Poverty – What’s that when it’s all about then? Born in 1943 I grew up in Braintree. Until I left home in 1959 we never had a TV, Refrigerator, Central Heating, Car, Washing Machine or any of the myriad of other modern day paraphernalia that is now assumed to be such a God given right to all and sundry irrespective of what contribution to society in general they are prepared to offer in return. Never once in all those years was there a family holiday of any sort. Summer excursions were daily trips to Rose Hill Swimming Baths – walking there of course. ‘Bought in’ entertainment consisted of Comics like the Beano and Dandy and if really lucky, a sixpenny trip to Saturday Morning Pictures at the Central Cinema in High Street. That was really ‘pushing the boat out’ although I never did achieve the ultimate luxury of being able to buy half a choc ice from the kind lady who used to carry a knife on her tray for the express purpose slicing them in two for joint ownership purchasers. Trainers were unheard of. At age 13 I had a pair of ‘Wellie Boots’ and that was it. How vividly I recall the chilblains that accompanied them during the winter months. I hankered for my own wrist watch – especially one with a Mickey Mouse face. It was not to be, but at age fourteen I did receive a ‘sensible’ pocket watch with a luminous dial. Wow, that really was high tech! It was just accepted that luxurious things like ‘sliced bread’ and ‘shop cakes’ were for the likes of ‘the posh people’ who lived in places like Clare Road and Courtauld Road. Educated - sorry, I mean subjected to days of abject terror - in Braintree’s fine academic institutions, initially Manor Street Infant and Junior Schools and then that Psychopathic Madhouse more commonly known at the time as Panfield Lane Secondary Modern School I finally emerged upon an unsuspecting world with a GCE in English Language and Surveying. Not finding any career openings for budding authors of books on surveying, my life took off in other directions which I do not seek to elucidate on at this particular moment. All I want to say right now is that at no time during my formative years did I, nor I am sure did my equally motley peers, ever look upon ourselves as being ‘IN POVERTY’. These people today who claim to be suffering from poverty in this country are clueless. They just do not have any understanding of the real meaning of the word. If they woke up and took a look at what life is like in some of the third world countries they might realise that what they are suffering from is not ‘Poverty’ but ‘Avarice’. A couple of years ago I was brought to the point of tears when talking to a a man in a Philippine village who had recently lost his 12 year old daughter because he just didn’t have the means of raising the small change necessary to get her to a clinic a few miles away where she could have been treated for the dehydration that killed her. That is Poverty!!! The attitude of these whingeing ‘do gooders’ or whatever they call themselves is just one more indication of the terminal decline afflicting the UK. It’s time we clawed our way back to reality before it’s too late! OMPITA [Intl]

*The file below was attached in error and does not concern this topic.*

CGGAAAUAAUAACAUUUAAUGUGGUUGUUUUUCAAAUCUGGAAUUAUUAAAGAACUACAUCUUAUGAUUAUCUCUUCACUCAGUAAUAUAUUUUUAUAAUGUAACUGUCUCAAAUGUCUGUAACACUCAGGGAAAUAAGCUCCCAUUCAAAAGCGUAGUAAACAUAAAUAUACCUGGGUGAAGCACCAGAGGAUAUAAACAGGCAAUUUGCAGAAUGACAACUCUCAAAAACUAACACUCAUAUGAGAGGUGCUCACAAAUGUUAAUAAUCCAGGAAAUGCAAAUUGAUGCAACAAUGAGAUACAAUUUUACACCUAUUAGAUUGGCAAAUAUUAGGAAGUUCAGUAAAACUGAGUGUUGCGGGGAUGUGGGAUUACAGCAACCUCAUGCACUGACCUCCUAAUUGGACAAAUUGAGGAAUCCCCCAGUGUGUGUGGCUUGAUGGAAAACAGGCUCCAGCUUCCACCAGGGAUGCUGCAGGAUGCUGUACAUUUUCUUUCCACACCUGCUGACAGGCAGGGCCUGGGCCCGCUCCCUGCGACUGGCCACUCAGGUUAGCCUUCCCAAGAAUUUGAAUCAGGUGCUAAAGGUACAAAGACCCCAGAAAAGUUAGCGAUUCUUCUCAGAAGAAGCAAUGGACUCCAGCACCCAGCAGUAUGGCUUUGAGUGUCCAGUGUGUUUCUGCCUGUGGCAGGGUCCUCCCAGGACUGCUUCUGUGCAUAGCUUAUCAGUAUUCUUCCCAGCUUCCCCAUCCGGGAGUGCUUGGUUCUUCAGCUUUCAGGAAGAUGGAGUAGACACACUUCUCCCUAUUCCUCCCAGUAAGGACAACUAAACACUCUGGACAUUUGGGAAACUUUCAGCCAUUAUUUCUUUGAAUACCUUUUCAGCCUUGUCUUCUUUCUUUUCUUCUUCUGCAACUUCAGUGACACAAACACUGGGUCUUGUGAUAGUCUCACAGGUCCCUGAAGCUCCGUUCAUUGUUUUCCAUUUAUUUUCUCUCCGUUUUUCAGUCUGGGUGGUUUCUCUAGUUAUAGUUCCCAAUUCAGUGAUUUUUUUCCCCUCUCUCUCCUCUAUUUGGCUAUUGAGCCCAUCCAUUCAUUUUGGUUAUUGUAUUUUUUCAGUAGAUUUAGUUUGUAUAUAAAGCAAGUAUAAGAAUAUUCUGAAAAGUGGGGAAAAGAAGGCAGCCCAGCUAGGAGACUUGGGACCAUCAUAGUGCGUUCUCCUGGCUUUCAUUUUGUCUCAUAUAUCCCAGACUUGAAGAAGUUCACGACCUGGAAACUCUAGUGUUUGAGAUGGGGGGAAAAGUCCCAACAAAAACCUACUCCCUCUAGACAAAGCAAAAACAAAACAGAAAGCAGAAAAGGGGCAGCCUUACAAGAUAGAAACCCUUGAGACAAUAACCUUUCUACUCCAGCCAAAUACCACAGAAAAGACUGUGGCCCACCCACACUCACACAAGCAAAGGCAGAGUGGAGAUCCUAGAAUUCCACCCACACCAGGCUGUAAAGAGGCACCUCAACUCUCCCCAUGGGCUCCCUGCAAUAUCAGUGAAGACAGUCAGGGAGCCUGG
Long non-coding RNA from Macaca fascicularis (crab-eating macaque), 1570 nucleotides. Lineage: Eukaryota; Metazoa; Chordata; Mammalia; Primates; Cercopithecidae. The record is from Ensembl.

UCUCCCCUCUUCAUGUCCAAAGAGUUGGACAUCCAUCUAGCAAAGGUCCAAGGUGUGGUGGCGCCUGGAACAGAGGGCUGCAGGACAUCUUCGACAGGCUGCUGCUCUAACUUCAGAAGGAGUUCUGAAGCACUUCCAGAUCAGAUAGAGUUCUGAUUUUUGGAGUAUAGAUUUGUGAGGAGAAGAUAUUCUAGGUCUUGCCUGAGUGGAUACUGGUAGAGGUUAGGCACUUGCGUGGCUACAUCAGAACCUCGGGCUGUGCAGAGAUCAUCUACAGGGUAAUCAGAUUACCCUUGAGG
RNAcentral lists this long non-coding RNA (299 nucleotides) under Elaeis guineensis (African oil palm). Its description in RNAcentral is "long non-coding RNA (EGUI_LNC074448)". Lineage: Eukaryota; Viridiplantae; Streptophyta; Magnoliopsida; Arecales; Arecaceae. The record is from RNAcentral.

• Score: 0

5:33pm Thu 28 Feb 13

montygirl says...